Cycling on the Roof of the World

Samarkand (UZ) – Sary Tash (KG) / 9110 km / 4.44 Million Turns

“HELLOOOO WHAT IS YOUR NAME!!!!!???”, some Tajik kids are shouting from the top of the hill and from the top of their lungs. With a big smile we answer and ask their name in reply, but the response “BYE BYEE” assumes the conversation won’t be long. Tajik kids already earned the trophy for most enthusiastic people met along our trip on Day 1. This fact surprised us quite a bit actually, since Tajikistan, especially in summer, is ‘crowded’ with cycling tourists. But still, each and every single cyclists is met with high-fives, ‘what-is-your-name-shouts’ and big smiles as if they are the very first cyclist the kids see. Welcome to Cycling Walhalla, welcome to Tajikistan!

It seems that when Uzbekistan and Tajikistan drew the border between their countries, they must have done some kind of exchange. Uzbekistan would get all the flat land and melons, while Tajikistan in return was allowed to keep all mountains. As such, cycling the last few km towards the Uzbek-Tajik border, it was quite clear where the border was. Right in front of us, a towering wall of rock greeted us. Delightful after so many weeks of flatness, we were ready to do some climbing again.

Tajikistan, for non-cyclists probably a country hard to point out on a map. The main draw for all the cyclists is the so-called ‘Pamir Highway’ or, more matter-of-factly, the M41. It crosses the Pamir plateau, which in Ancient Persian loosely translates to “Roof of the World”. The Highway was built by the Russian army in the time Tajkistan was still part of the Soviet Union, it used to be a highly strategic military road. After the Soviet Union collapsed, so did the road (in a literal sense). Crumbling down under the stress of hot summers, cold winters, snow, rain and heavy trucks, the road in some places more resembles a 4WD track than a proper highway. Fortunately, exactly that draws so many overlanding (car, motorbike, cycle) tourists towards it. As it straddles the Afghan border, it winds itself up a high plateau more than 4500 m high where it feels as if you have abandoned Earth and landed on a Mars-like alter-ego planet.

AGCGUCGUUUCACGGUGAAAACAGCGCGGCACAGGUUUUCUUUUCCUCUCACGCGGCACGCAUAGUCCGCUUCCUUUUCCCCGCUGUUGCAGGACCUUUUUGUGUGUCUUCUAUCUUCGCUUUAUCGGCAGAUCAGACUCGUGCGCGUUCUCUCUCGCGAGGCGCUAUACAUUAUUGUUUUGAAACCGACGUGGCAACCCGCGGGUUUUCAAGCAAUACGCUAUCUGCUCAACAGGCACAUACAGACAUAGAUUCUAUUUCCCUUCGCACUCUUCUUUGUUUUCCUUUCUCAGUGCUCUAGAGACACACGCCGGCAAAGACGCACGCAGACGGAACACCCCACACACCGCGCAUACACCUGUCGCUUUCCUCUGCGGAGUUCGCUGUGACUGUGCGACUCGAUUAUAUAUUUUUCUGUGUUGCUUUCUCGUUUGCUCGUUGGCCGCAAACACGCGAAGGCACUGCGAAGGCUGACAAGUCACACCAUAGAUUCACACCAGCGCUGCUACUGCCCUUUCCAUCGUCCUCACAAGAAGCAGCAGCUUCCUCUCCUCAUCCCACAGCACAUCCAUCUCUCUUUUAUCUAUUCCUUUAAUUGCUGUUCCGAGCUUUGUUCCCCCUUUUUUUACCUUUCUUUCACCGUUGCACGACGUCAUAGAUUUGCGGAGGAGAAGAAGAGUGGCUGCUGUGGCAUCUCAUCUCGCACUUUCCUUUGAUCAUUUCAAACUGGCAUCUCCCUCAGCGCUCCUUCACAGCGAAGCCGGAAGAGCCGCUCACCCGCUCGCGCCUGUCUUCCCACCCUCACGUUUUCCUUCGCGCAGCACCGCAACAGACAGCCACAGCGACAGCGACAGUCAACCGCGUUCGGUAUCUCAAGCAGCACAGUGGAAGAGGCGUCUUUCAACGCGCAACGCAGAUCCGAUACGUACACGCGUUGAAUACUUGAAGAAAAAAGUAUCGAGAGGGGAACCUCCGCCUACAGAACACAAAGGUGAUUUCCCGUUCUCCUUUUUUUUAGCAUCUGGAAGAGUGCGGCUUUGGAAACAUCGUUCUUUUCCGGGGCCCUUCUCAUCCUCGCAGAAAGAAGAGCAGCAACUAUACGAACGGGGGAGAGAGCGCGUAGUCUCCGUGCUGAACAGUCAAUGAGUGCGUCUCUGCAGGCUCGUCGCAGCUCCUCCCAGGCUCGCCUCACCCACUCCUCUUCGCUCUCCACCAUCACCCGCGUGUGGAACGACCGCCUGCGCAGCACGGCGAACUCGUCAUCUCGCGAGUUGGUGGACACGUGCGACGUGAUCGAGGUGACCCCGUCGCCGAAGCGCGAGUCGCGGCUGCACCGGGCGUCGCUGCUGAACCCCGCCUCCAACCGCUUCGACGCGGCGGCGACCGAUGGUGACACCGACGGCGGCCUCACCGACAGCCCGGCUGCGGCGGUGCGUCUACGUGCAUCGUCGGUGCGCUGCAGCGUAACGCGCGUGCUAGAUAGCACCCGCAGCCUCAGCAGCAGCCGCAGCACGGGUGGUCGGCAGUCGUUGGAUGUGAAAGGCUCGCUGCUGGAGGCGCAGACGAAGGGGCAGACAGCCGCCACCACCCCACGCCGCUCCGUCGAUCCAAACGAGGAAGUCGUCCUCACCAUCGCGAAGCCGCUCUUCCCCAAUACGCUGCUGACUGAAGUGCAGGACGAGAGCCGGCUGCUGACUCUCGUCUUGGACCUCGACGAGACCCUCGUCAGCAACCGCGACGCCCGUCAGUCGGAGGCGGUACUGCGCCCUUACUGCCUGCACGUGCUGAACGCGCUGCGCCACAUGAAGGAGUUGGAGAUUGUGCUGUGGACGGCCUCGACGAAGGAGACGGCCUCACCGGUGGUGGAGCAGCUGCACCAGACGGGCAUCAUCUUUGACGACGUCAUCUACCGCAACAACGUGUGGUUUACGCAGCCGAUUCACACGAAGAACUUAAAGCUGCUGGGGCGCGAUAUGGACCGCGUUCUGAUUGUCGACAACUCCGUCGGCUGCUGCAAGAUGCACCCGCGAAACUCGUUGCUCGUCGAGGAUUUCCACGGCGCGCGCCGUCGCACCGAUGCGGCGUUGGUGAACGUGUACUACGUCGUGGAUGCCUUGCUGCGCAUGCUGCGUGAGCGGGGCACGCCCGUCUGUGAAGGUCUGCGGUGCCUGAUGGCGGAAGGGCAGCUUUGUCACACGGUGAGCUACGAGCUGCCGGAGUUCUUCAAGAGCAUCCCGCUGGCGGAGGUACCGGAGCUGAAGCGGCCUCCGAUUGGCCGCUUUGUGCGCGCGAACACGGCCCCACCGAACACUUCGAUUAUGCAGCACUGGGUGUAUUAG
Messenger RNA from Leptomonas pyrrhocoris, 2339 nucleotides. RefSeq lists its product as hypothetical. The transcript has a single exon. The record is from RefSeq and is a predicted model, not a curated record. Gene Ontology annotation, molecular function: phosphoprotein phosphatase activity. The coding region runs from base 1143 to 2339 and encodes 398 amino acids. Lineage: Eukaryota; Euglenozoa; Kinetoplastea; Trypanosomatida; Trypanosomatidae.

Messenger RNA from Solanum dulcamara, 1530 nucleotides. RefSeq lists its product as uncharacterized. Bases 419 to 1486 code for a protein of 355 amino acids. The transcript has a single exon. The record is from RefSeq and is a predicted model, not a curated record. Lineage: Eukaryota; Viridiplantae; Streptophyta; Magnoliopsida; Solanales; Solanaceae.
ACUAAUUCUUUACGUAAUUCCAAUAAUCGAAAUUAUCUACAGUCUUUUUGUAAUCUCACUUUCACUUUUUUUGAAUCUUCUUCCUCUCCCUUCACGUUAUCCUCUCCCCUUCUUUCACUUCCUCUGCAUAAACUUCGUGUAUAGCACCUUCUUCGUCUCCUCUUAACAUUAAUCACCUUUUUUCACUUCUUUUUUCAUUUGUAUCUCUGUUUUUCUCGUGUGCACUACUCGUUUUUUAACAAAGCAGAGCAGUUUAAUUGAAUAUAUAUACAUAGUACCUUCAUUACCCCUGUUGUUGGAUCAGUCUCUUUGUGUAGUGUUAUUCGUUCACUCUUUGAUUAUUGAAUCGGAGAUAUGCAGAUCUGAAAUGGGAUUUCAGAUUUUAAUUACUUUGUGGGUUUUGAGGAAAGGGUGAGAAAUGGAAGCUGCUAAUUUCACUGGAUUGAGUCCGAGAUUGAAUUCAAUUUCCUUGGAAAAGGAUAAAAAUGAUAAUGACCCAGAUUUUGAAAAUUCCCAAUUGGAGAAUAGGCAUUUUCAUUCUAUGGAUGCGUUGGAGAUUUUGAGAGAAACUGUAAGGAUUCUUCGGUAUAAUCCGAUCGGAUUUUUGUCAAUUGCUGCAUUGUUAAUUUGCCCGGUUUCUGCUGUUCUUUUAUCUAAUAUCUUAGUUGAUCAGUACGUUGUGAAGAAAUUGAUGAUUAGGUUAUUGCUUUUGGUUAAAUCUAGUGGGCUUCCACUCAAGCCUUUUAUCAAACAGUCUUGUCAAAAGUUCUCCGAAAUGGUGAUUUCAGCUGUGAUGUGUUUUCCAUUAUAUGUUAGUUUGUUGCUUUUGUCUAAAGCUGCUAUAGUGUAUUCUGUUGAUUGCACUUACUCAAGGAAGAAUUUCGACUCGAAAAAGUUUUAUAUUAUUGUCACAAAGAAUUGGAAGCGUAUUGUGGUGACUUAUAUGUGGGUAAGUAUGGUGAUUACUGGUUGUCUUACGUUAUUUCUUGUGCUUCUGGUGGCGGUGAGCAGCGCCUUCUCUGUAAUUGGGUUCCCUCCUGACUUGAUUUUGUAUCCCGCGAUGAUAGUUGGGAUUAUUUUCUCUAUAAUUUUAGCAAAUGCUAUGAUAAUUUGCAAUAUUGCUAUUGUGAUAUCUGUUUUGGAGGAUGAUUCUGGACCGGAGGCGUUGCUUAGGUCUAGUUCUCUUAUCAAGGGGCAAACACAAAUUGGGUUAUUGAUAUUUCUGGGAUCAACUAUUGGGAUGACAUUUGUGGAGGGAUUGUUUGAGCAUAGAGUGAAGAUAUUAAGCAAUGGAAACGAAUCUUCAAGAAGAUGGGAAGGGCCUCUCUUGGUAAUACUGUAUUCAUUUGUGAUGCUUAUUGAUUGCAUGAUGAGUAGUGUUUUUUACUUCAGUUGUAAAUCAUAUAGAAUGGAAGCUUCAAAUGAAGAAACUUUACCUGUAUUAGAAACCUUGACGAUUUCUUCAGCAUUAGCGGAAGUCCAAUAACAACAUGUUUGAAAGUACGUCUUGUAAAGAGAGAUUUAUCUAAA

However, before you reach the starting point of the Pamir Highway, the capital city Dushanbe, you still need to cross the Fann mountains, which means ‘only’ climbing to nearly 3000 m above sea level. Fortunately, we joined forces again with Sarah and Pedro with whom we also cycled in Iran for a bit. We were all so eager to climb mountains again that we even made a 30 km detour to the Iskanderkul lake. Other cyclists and guidebooks stated it was an alpine oasis with crystal blue waters surrounding by nothing more than peace and tranquility. Unfortunately, things in practice turned to be a bit less utopian. Heavy construction ruined most of the tranquillity and turned the water murky grey. Also, the most aggressive mosquitos ever made camping quite a challenge. The road to the lake however was nice, and apparently the lake is a lot more beautiful in autumn (hint to other cyclists who think of visiting the lake).

 

Dushanbe, a surprisingly green city, would be the place to prepare for the month of barrenness ahead. As it has multiple large supermarkets, including a franchise of the French Auchan, we found everything we needed essential to survive the Pamir: red wine, French cheese, Italian pesto…. Oh and some other nice-to-haves of course such as pasta, porridge and toilet paper. In Dushanbe, we were also reunited with our drone, which we sent over from Georgia and miraculously arrived as it should have, within the set time, in good condition and on the correct address.. we were amazed.As said, from Dushanbe, the actual ‘Highway’ starts, but many cyclists set off from Dushanbe taking the so-called South route, which technically is not the M41. However, this route is a lot more ridable as the tarmac is new and the climbs less high. The more ambitious (crazy/masochistic?) cyclists take the North route however, the ‘true’ Pamir Highway. One little problem is that most of the way is unpaved, recent landslides covered some segments in just dried-out mud and oh yeah, forgot to mention it, there is also a 3300 m mountain pass to cross. Other than that, it’s a walk in the park. By now you might guess which route we took…